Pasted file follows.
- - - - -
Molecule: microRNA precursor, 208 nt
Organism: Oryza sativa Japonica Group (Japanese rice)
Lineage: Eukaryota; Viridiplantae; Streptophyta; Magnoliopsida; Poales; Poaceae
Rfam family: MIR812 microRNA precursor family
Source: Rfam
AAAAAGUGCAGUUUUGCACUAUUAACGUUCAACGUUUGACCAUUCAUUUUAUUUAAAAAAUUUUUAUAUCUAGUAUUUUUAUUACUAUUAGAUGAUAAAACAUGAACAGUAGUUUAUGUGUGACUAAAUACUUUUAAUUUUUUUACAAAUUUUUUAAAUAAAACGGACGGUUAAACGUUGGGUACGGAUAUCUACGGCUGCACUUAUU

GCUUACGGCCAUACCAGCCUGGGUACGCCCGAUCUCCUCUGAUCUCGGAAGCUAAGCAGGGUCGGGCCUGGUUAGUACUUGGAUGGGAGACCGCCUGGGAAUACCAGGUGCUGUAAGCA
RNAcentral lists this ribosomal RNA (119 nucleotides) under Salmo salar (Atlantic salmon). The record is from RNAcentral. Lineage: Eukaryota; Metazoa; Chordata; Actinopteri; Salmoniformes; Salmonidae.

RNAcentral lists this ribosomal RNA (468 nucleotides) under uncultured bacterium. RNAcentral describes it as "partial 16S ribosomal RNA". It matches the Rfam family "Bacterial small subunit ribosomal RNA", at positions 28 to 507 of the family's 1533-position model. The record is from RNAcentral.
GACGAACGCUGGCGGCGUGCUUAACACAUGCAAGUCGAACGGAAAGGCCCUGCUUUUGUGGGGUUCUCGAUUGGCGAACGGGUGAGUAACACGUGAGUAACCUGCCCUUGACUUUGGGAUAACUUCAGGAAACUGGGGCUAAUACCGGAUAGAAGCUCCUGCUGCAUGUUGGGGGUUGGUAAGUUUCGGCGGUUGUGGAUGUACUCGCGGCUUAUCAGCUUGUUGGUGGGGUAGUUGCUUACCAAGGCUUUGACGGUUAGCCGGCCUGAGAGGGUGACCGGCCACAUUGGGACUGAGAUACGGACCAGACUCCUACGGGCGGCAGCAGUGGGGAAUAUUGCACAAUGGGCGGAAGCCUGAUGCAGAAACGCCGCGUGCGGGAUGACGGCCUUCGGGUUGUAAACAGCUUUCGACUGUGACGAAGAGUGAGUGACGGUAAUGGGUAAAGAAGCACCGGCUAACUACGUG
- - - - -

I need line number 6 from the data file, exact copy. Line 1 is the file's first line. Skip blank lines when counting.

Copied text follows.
AAAAAGUGCAGUUUUGCACUAUUAACGUUCAACGUUUGACCAUUCAUUUUAUUUAAAAAAUUUUUAUAUCUAGUAUUUUUAUUACUAUUAGAUGAUAAAACAUGAACAGUAGUUUAUGUGUGACUAAAUACUUUUAAUUUUUUUACAAAUUUUUUAAAUAAAACGGACGGUUAAACGUUGGGUACGGAUAUCUACGGCUGCACUUAUU